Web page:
From store closures to event cancellations and total supply-chain shutdowns, the COVID-19 crisis has halted operations across industries and has made business as usual an impossibility for most.
Last week, the Federation of the European Sporting Goods Industry (FESI) released the results of an April 14 survey of 1,800 sporting goods manufacturers that represent 85 percent of the sporting goods sector in the region.
The outbreak had strongly impacted business, with 45 percent claiming revenue has plummeted between 50 percent and 90 percent since the virus’ spread began.
According to FESI, whose members include Nike, Adidas, Puma, Speedo, Warrior and Foot Locker, companies with robust omichannel strategies are better equipped to cope with the changing retail landscape, but for the vast majority (85 percent) of respondents, e-commerce represents just 20 percent of their businesses—or less.
While 70 percent said they had e-commerce capabilities, more than half (55 percent) lament that e-commerce did not compensate at all for the challenges of the current situation. Another 55 percent already offer free shipping.
Most depend on brick-and-mortar retail for sales, and mandatory orders from government officials to shut down those operations have taken a toll. When asked how much demand for sporting goods had dropped within the E.U., the average response from manufacturers was about 56 percent.
“The closure of brick and mortar stores all over Europe and internationally, as well as changes of consumers’ behaviour lead to serious drop of sales,” FESI president Neil Narriman said. “Most of our companies are currently struggling to cope with fixed costs (rent, employment costs…), which create significant liquidity shortages.”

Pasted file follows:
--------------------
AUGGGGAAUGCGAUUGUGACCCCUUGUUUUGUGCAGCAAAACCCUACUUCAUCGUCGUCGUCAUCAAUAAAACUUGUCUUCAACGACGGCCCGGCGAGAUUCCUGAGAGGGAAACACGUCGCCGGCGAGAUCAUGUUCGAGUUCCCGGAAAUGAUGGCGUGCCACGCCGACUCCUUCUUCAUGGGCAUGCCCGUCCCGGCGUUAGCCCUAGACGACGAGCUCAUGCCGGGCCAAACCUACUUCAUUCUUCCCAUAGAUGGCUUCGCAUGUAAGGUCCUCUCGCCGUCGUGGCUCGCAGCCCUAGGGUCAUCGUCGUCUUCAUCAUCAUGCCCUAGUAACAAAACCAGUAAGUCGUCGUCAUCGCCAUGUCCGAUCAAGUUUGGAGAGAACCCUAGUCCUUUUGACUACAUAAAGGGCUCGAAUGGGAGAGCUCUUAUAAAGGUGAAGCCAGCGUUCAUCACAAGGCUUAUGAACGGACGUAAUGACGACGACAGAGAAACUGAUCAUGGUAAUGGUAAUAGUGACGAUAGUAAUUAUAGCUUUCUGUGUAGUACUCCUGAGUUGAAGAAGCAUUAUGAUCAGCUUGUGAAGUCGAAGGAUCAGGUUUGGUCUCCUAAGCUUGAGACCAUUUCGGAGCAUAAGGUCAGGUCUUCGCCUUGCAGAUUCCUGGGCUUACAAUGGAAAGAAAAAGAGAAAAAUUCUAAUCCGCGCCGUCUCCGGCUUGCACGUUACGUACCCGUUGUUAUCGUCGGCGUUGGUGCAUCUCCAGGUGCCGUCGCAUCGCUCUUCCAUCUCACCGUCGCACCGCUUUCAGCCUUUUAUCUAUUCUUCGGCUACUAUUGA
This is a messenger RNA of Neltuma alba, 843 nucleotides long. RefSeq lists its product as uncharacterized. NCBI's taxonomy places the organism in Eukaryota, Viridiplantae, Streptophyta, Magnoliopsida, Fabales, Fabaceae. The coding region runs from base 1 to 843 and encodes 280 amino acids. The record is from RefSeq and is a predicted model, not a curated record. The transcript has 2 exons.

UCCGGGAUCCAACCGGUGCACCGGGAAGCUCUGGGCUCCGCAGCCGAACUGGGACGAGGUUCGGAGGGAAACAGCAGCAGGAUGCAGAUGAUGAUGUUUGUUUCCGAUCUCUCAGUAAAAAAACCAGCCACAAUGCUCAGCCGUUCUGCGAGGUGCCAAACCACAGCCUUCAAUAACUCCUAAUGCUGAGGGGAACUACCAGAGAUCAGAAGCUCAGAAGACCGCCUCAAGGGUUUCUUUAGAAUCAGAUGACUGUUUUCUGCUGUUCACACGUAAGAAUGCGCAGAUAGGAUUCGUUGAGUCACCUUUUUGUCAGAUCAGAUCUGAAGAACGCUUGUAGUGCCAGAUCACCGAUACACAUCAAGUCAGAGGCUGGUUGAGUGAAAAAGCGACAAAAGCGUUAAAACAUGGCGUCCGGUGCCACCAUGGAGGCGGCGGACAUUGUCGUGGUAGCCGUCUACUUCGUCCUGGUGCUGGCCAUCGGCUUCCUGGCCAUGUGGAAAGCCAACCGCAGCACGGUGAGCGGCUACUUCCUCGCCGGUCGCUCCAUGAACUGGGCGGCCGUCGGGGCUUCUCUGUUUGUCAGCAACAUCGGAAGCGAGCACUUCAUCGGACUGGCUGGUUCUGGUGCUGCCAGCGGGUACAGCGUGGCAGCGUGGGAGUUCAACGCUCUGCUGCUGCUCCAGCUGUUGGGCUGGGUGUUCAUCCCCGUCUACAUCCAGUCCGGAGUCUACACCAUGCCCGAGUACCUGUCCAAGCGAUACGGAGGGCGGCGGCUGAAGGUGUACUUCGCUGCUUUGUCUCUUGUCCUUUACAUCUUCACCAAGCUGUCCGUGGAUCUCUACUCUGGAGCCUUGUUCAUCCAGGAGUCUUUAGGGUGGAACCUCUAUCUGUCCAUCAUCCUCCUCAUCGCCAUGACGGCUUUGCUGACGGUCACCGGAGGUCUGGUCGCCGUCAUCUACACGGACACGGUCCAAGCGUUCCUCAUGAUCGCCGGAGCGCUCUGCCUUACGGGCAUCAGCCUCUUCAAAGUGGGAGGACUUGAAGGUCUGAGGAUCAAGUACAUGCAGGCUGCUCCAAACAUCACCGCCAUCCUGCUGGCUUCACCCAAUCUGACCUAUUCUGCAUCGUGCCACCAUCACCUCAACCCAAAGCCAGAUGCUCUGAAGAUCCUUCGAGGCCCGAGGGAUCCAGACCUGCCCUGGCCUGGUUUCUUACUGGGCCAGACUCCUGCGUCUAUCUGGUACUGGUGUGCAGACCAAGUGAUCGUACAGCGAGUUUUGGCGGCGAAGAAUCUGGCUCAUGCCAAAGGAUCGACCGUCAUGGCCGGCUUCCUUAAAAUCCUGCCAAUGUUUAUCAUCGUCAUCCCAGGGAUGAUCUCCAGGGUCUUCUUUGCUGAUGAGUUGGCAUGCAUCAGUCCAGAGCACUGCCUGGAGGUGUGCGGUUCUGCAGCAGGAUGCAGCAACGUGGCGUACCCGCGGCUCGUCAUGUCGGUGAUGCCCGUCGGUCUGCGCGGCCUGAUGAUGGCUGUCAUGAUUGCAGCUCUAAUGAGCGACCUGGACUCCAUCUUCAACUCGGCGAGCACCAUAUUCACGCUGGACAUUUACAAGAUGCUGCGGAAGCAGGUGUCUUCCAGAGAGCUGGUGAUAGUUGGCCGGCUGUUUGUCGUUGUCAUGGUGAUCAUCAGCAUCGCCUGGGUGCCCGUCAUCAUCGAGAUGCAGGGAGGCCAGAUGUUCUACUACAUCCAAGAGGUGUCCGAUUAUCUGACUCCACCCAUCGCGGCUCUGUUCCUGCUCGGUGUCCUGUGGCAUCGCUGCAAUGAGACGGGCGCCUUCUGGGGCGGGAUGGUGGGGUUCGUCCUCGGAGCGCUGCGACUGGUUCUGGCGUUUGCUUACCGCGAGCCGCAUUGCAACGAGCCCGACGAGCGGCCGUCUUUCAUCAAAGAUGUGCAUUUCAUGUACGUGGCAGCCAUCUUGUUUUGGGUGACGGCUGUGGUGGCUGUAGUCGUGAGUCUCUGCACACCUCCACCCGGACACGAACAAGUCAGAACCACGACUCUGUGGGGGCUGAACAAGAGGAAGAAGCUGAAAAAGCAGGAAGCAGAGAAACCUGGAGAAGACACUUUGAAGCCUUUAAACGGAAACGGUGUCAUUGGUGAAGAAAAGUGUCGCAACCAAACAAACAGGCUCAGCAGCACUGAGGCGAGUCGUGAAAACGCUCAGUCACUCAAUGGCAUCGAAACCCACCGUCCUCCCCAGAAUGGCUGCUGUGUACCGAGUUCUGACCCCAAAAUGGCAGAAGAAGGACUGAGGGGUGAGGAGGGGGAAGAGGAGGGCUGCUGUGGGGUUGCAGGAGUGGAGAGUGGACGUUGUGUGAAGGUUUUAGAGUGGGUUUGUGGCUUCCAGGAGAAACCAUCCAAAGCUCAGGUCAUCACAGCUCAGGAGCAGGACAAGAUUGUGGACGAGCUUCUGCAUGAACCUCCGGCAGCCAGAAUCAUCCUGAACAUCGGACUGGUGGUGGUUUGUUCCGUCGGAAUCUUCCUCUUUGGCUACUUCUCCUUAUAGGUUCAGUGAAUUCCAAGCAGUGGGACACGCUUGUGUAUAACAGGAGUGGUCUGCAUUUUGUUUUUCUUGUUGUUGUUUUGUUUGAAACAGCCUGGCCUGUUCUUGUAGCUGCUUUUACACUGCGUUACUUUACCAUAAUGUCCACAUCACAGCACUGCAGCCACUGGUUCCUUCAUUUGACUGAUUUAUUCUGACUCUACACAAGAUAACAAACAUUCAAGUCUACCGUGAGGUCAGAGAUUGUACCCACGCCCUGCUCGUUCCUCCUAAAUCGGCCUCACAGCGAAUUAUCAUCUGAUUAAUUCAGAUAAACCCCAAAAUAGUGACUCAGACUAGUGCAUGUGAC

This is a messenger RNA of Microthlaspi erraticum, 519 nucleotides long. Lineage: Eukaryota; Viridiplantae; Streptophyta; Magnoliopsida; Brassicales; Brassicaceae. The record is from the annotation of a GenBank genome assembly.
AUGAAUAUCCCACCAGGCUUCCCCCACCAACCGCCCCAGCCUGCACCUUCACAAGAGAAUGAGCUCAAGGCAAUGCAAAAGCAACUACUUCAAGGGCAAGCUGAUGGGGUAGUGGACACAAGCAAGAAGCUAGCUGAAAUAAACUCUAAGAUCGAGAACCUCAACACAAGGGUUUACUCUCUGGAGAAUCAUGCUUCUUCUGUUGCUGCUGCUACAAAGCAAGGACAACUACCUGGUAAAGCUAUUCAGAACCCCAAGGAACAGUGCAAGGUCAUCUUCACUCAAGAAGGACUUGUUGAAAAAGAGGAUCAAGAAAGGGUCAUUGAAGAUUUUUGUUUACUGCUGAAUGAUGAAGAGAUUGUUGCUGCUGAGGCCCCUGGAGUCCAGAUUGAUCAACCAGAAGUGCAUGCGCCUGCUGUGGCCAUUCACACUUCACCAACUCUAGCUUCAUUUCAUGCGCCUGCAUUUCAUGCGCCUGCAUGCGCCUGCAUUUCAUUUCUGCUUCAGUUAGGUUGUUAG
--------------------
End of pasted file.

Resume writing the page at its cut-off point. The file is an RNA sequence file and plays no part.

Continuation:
Demand for sporting goods made in Europe has also plummeted outside of the region, with companies citing up to 95 percent in losses in that business. On average, though, respondents said they had lost about half of their international demand since the beginning of the crisis.
A shortage of liquidity has presented the biggest short-term challenge for sporting goods companies, 85 percent of respondents said. Sales have largely dropped for their customers due to these store closures, and rent and employment costs are eating up any profits that are coming in, they said.
The majority of respondents said it was difficult to quantify the impacts of upstream and downstream supply chain disruptions, but those who did respond estimated the impacts at between 5 percent and 20 percent.
When asked to identify specific areas of disruption within their overall supply chains, manufacturers said that lack of access to components and materials as well as logistics like container and freight forwarding presented significant upstream challenges.
Closures of production plants and halted textile deliveries were also cited as issues, along with the fact that employees must remain socially distanced from each other in their production facilities.